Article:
The Beauty of Humanity Movement

The Beauty of Humanity Movement

Book - 2010
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The history of Vietnam lies in this bowl, for it is in Hanoi, the Vietnamese heart, that pho was born, a combination of the rice noodles that predominated after a thousand years of Chinese occupation and the taste for beef the Vietnamese acquired under the French, who turned their cows away from ploughs and into bifteck and pot-au-feu . The name of their national soup is pronounced like this French word for fire, as Hung's Uncle Chien explained to him long ago.
 
"We're clever people," his uncle had said. "We took the best the occupiers had to offer and made it our own. Fish sauce is the key--in matters of soup and well beyond. Even romance, some people say."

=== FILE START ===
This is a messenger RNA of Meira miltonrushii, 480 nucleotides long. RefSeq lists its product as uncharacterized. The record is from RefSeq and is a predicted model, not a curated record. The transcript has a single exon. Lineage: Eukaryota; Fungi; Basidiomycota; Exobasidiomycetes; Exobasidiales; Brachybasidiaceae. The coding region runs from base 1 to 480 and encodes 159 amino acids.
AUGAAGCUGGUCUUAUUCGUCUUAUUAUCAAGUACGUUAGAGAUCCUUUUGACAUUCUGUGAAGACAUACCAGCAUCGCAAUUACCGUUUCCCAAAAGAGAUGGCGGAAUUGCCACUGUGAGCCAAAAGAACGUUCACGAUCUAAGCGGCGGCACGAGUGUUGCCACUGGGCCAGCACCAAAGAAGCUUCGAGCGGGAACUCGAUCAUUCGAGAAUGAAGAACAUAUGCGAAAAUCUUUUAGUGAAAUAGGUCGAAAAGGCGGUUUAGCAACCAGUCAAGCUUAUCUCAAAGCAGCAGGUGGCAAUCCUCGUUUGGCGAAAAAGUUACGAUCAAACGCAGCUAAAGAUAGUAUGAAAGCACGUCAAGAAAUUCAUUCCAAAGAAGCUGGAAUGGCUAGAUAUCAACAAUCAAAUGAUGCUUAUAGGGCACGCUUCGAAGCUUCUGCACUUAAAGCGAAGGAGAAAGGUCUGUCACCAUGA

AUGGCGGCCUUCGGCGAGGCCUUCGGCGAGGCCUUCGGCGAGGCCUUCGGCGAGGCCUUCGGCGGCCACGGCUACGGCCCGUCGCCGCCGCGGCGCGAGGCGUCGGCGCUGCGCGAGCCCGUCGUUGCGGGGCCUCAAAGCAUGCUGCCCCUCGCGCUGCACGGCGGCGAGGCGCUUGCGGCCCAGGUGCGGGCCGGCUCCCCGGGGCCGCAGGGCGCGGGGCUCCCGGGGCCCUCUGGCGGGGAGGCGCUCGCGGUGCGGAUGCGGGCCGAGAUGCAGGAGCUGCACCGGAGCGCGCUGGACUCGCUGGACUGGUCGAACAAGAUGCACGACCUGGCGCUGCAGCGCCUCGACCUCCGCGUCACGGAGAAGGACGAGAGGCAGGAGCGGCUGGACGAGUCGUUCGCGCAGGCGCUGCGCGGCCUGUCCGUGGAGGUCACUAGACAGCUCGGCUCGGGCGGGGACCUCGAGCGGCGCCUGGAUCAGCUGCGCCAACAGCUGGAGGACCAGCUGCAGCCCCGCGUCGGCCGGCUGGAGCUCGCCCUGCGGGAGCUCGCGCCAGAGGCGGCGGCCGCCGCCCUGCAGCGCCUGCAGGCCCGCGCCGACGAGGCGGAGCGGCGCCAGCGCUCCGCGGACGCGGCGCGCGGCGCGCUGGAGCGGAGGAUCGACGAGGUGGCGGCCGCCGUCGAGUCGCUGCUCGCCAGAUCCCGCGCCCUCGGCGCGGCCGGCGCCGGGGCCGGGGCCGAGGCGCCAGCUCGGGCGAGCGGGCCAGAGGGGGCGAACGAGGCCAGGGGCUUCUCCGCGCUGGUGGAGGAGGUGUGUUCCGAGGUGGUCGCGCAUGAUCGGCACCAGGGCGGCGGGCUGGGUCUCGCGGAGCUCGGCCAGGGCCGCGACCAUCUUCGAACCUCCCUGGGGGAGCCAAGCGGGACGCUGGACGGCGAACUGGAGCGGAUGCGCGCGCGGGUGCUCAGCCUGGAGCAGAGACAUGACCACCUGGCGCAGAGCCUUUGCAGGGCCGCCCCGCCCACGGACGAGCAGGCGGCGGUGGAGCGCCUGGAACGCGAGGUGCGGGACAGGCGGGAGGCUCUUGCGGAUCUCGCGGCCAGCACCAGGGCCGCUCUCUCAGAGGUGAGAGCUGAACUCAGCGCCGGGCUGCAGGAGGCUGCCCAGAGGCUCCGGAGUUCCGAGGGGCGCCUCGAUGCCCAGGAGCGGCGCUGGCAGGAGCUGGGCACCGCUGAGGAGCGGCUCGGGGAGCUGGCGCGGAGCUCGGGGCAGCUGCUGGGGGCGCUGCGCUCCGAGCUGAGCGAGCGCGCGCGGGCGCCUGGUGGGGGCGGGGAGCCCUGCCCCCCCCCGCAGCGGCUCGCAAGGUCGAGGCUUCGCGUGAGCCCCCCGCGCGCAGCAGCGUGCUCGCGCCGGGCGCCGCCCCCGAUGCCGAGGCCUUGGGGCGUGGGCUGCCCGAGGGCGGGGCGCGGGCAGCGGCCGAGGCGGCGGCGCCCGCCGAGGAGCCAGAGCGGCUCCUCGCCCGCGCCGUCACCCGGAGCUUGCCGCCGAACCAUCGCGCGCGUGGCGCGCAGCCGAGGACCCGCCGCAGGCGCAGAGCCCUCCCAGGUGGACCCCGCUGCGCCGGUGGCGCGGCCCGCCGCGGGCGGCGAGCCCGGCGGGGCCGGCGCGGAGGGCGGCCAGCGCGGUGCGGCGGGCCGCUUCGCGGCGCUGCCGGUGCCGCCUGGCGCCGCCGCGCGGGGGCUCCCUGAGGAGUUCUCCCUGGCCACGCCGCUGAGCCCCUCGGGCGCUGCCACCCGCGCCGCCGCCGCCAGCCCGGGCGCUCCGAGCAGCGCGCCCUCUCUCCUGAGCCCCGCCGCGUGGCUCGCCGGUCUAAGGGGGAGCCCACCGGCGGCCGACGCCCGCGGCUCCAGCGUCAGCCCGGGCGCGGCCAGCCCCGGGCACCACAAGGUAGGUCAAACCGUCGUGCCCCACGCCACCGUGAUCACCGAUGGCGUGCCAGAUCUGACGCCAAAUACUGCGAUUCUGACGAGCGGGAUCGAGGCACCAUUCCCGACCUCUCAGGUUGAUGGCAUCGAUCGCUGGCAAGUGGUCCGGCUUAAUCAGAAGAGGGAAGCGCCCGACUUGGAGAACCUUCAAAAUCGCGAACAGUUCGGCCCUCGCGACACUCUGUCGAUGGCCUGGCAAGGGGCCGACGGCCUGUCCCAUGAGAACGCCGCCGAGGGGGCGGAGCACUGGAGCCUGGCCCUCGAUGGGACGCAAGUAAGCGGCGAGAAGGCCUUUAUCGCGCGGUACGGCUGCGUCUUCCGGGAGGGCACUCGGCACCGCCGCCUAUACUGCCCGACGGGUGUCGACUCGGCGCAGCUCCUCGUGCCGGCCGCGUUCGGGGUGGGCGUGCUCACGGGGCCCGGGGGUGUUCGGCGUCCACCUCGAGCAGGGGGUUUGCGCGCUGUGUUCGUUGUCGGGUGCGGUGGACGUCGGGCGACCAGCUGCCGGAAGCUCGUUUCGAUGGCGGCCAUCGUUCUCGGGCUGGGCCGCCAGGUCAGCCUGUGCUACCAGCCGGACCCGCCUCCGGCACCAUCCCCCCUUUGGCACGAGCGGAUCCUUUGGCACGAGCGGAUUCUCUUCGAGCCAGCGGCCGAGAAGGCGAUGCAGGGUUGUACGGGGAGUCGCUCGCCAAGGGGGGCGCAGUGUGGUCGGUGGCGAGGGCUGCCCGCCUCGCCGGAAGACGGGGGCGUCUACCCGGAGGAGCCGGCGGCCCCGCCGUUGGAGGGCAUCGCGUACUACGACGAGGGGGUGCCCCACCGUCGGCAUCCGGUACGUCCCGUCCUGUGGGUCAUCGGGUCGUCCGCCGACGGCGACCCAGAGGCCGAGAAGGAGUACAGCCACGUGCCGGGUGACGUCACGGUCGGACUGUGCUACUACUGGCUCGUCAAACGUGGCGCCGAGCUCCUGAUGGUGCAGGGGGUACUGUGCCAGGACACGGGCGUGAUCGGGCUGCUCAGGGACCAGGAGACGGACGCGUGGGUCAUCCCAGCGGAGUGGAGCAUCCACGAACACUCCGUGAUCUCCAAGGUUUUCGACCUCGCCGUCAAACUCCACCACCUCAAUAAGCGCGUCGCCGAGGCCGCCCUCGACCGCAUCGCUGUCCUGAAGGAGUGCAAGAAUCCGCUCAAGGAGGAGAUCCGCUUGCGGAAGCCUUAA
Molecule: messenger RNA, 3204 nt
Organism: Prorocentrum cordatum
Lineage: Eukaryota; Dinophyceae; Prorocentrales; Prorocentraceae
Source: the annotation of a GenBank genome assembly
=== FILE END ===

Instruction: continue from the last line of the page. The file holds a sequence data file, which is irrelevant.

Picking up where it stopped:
--from The Beauty of Humanity Movement (p 5) by Camilla Gibb
 
Old Man Hu'ng has been making and selling pho to hungry devotees for nearly 70 years, continually adapting his recipe and the location of his food cart to accommodate the terrible demands of poverty, war and oppression that have plagued Hanoi throughout his long life. Cherished least of all his mother's ten children thanks to an inauspicious facial birthmark, Hu'ng was sent in 1933 to apprentice at his Uncle Chien's restaurant where he achieved mastery over broth and noodles. Inheriting the business from his uncle, Hu'ng's sublime cookery and willingness to barter made him a favourite in the 1950s with the Beauty of Humanity Movement, a group of artists and intellectuals who dared question Communist rule, at great peril.